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Illinois Farmer Invented World's First Upright Silo
One of the most successful farm inventions ever the silo was "born" on an Illinois dairy farm when a young college student came home from college with what sounded like far-out tales of German farmers who were making something called "silage " by burying corn plants in the ground.
Lewis Hatch, who farmed near Spring Grove, Ill., listened to his son Fred and went along with him when he wanted to make silage on their own farm. The rest is history.
Fred Hatch had just graduated from the Illinois Industrial College, which later became the University of Illinois. Farmers in Europe, he had learned, used pits and trenches to make the "new fangled feed" called silage. He and his father decided to modify the idea by digging an 8 ft. pit inside their dairy barn that measured 10 ft. by 16 ft. They lined the pit with rocks and mortar and then built walls that reached 16 ft. above ground. The walls were made of a double thickness of boards with tarpaper between.
They used a horse-powered chopper to cut corn into small pieces and an elevator to dump it into the silo. They found that, as expected, the tower silo eliminated groundwater spoilage of silage that had been a problem in Europe and found that, so long as they removed a layer of silage on a daily basis, they had little spoilage. However, silage did spoil in the corners of the rectangular structure, which led them to later build a circular silo.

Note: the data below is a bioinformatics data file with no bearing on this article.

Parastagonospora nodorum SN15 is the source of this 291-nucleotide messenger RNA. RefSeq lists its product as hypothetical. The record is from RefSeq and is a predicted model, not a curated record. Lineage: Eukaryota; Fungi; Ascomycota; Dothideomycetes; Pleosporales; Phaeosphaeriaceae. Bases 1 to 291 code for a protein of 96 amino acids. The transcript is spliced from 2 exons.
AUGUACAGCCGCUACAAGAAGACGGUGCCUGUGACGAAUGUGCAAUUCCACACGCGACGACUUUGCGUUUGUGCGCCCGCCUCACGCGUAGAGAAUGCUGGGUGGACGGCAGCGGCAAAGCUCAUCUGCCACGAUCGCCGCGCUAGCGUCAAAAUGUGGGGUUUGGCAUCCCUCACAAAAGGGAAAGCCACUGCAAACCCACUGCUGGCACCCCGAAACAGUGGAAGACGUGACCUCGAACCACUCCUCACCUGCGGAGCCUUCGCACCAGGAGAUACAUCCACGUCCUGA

Because their herd showed so much improvement on the new feed, the Hatches built two circular silos three years later. Just 10 years after that, in 1886, there were already more than 5,000 silos in the U.S., according to a magazine report at that time.
The first Hatch silo was in continuous use until 1919. In 1984, American Society of Agricultural Engineers built a model of that first silo in a park in Spring Grove and erected a plaque commemorating its history. Fred Hatch died in 1929.


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1987 - Volume #11, Issue #3